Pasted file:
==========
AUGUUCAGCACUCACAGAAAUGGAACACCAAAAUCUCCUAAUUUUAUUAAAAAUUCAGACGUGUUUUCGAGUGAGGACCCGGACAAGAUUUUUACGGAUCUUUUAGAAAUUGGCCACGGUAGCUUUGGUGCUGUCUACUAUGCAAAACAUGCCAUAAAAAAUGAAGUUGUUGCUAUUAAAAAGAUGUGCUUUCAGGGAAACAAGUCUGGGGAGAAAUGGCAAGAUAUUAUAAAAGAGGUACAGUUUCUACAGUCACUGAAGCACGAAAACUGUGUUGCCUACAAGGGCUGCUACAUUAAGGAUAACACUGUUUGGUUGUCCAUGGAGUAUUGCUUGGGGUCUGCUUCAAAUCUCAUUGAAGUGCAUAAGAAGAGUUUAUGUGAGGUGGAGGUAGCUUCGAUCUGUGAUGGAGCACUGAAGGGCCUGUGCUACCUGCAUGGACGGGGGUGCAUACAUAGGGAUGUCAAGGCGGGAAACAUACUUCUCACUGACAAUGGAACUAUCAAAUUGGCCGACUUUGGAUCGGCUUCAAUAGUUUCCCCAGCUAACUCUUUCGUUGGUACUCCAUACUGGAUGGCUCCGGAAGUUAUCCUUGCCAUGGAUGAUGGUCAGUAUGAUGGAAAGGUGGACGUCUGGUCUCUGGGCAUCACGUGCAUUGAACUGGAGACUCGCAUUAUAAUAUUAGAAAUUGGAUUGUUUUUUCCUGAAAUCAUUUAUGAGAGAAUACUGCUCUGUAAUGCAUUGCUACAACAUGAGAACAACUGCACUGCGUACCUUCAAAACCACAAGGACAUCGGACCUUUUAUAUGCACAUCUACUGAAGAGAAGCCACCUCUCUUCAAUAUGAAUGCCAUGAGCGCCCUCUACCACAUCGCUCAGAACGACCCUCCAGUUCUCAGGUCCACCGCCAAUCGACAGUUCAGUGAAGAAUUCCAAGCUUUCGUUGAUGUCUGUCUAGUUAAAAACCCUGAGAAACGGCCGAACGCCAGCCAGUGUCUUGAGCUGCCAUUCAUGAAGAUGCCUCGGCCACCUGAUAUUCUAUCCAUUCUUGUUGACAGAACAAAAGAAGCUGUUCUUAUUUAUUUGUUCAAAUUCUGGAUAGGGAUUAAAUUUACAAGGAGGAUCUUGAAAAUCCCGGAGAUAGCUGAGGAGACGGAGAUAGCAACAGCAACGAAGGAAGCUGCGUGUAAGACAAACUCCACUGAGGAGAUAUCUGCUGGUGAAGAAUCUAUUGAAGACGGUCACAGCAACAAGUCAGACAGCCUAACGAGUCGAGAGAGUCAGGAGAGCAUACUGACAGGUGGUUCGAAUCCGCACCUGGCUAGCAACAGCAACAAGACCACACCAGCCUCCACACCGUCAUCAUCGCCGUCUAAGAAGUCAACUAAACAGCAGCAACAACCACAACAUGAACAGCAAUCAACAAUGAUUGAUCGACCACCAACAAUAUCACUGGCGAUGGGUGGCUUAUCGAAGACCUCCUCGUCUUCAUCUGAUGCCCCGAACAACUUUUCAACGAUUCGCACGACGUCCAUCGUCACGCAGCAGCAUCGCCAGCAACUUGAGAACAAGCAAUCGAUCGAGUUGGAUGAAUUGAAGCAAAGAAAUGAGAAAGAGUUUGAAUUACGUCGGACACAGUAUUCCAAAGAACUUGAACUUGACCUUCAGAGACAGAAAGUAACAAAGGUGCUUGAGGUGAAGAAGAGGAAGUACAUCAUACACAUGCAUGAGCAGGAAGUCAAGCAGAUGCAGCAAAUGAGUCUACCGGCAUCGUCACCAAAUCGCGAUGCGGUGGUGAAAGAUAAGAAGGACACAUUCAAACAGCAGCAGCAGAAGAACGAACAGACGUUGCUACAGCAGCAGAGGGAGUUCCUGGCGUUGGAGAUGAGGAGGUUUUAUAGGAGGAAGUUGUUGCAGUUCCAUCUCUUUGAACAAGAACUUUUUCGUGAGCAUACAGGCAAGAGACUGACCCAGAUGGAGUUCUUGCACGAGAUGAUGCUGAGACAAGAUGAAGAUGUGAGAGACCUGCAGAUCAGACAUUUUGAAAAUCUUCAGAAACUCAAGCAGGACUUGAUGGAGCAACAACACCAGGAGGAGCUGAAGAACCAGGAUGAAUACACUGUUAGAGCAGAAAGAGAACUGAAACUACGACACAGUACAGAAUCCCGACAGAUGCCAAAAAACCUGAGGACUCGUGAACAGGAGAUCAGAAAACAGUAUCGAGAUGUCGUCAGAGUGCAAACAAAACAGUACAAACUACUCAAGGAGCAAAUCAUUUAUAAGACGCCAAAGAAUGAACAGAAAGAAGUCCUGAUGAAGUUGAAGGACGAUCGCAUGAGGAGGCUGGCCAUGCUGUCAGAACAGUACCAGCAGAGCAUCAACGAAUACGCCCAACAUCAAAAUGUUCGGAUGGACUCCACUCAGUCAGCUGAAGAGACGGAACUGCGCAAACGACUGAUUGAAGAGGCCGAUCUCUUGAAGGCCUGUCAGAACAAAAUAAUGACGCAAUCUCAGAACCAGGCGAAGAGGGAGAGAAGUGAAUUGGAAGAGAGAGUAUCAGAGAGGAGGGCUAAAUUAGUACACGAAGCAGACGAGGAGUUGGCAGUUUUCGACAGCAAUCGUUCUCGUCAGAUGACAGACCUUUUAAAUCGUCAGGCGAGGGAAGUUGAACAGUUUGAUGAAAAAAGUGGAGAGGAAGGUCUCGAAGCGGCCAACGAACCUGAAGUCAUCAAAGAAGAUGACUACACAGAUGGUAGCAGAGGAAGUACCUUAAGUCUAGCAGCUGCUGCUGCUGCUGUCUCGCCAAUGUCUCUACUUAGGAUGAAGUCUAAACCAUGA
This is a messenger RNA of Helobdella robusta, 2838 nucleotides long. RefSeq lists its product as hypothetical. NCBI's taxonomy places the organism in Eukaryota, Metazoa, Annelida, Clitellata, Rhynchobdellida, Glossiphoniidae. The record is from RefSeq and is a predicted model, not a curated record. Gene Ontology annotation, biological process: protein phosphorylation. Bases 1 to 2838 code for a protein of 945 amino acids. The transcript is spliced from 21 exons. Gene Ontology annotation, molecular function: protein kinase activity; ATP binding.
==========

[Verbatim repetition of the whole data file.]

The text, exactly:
AUGUUCAGCACUCACAGAAAUGGAACACCAAAAUCUCCUAAUUUUAUUAAAAAUUCAGACGUGUUUUCGAGUGAGGACCCGGACAAGAUUUUUACGGAUCUUUUAGAAAUUGGCCACGGUAGCUUUGGUGCUGUCUACUAUGCAAAACAUGCCAUAAAAAAUGAAGUUGUUGCUAUUAAAAAGAUGUGCUUUCAGGGAAACAAGUCUGGGGAGAAAUGGCAAGAUAUUAUAAAAGAGGUACAGUUUCUACAGUCACUGAAGCACGAAAACUGUGUUGCCUACAAGGGCUGCUACAUUAAGGAUAACACUGUUUGGUUGUCCAUGGAGUAUUGCUUGGGGUCUGCUUCAAAUCUCAUUGAAGUGCAUAAGAAGAGUUUAUGUGAGGUGGAGGUAGCUUCGAUCUGUGAUGGAGCACUGAAGGGCCUGUGCUACCUGCAUGGACGGGGGUGCAUACAUAGGGAUGUCAAGGCGGGAAACAUACUUCUCACUGACAAUGGAACUAUCAAAUUGGCCGACUUUGGAUCGGCUUCAAUAGUUUCCCCAGCUAACUCUUUCGUUGGUACUCCAUACUGGAUGGCUCCGGAAGUUAUCCUUGCCAUGGAUGAUGGUCAGUAUGAUGGAAAGGUGGACGUCUGGUCUCUGGGCAUCACGUGCAUUGAACUGGAGACUCGCAUUAUAAUAUUAGAAAUUGGAUUGUUUUUUCCUGAAAUCAUUUAUGAGAGAAUACUGCUCUGUAAUGCAUUGCUACAACAUGAGAACAACUGCACUGCGUACCUUCAAAACCACAAGGACAUCGGACCUUUUAUAUGCACAUCUACUGAAGAGAAGCCACCUCUCUUCAAUAUGAAUGCCAUGAGCGCCCUCUACCACAUCGCUCAGAACGACCCUCCAGUUCUCAGGUCCACCGCCAAUCGACAGUUCAGUGAAGAAUUCCAAGCUUUCGUUGAUGUCUGUCUAGUUAAAAACCCUGAGAAACGGCCGAACGCCAGCCAGUGUCUUGAGCUGCCAUUCAUGAAGAUGCCUCGGCCACCUGAUAUUCUAUCCAUUCUUGUUGACAGAACAAAAGAAGCUGUUCUUAUUUAUUUGUUCAAAUUCUGGAUAGGGAUUAAAUUUACAAGGAGGAUCUUGAAAAUCCCGGAGAUAGCUGAGGAGACGGAGAUAGCAACAGCAACGAAGGAAGCUGCGUGUAAGACAAACUCCACUGAGGAGAUAUCUGCUGGUGAAGAAUCUAUUGAAGACGGUCACAGCAACAAGUCAGACAGCCUAACGAGUCGAGAGAGUCAGGAGAGCAUACUGACAGGUGGUUCGAAUCCGCACCUGGCUAGCAACAGCAACAAGACCACACCAGCCUCCACACCGUCAUCAUCGCCGUCUAAGAAGUCAACUAAACAGCAGCAACAACCACAACAUGAACAGCAAUCAACAAUGAUUGAUCGACCACCAACAAUAUCACUGGCGAUGGGUGGCUUAUCGAAGACCUCCUCGUCUUCAUCUGAUGCCCCGAACAACUUUUCAACGAUUCGCACGACGUCCAUCGUCACGCAGCAGCAUCGCCAGCAACUUGAGAACAAGCAAUCGAUCGAGUUGGAUGAAUUGAAGCAAAGAAAUGAGAAAGAGUUUGAAUUACGUCGGACACAGUAUUCCAAAGAACUUGAACUUGACCUUCAGAGACAGAAAGUAACAAAGGUGCUUGAGGUGAAGAAGAGGAAGUACAUCAUACACAUGCAUGAGCAGGAAGUCAAGCAGAUGCAGCAAAUGAGUCUACCGGCAUCGUCACCAAAUCGCGAUGCGGUGGUGAAAGAUAAGAAGGACACAUUCAAACAGCAGCAGCAGAAGAACGAACAGACGUUGCUACAGCAGCAGAGGGAGUUCCUGGCGUUGGAGAUGAGGAGGUUUUAUAGGAGGAAGUUGUUGCAGUUCCAUCUCUUUGAACAAGAACUUUUUCGUGAGCAUACAGGCAAGAGACUGACCCAGAUGGAGUUCUUGCACGAGAUGAUGCUGAGACAAGAUGAAGAUGUGAGAGACCUGCAGAUCAGACAUUUUGAAAAUCUUCAGAAACUCAAGCAGGACUUGAUGGAGCAACAACACCAGGAGGAGCUGAAGAACCAGGAUGAAUACACUGUUAGAGCAGAAAGAGAACUGAAACUACGACACAGUACAGAAUCCCGACAGAUGCCAAAAAACCUGAGGACUCGUGAACAGGAGAUCAGAAAACAGUAUCGAGAUGUCGUCAGAGUGCAAACAAAACAGUACAAACUACUCAAGGAGCAAAUCAUUUAUAAGACGCCAAAGAAUGAACAGAAAGAAGUCCUGAUGAAGUUGAAGGACGAUCGCAUGAGGAGGCUGGCCAUGCUGUCAGAACAGUACCAGCAGAGCAUCAACGAAUACGCCCAACAUCAAAAUGUUCGGAUGGACUCCACUCAGUCAGCUGAAGAGACGGAACUGCGCAAACGACUGAUUGAAGAGGCCGAUCUCUUGAAGGCCUGUCAGAACAAAAUAAUGACGCAAUCUCAGAACCAGGCGAAGAGGGAGAGAAGUGAAUUGGAAGAGAGAGUAUCAGAGAGGAGGGCUAAAUUAGUACACGAAGCAGACGAGGAGUUGGCAGUUUUCGACAGCAAUCGUUCUCGUCAGAUGACAGACCUUUUAAAUCGUCAGGCGAGGGAAGUUGAACAGUUUGAUGAAAAAAGUGGAGAGGAAGGUCUCGAAGCGGCCAACGAACCUGAAGUCAUCAAAGAAGAUGACUACACAGAUGGUAGCAGAGGAAGUACCUUAAGUCUAGCAGCUGCUGCUGCUGCUGUCUCGCCAAUGUCUCUACUUAGGAUGAAGUCUAAACCAUGA
This is a messenger RNA of Helobdella robusta, 2838 nucleotides long. RefSeq lists its product as hypothetical. NCBI's taxonomy places the organism in Eukaryota, Metazoa, Annelida, Clitellata, Rhynchobdellida, Glossiphoniidae. The record is from RefSeq and is a predicted model, not a curated record. Gene Ontology annotation, biological process: protein phosphorylation. Bases 1 to 2838 code for a protein of 945 amino acids. The transcript is spliced from 21 exons. Gene Ontology annotation, molecular function: protein kinase activity; ATP binding.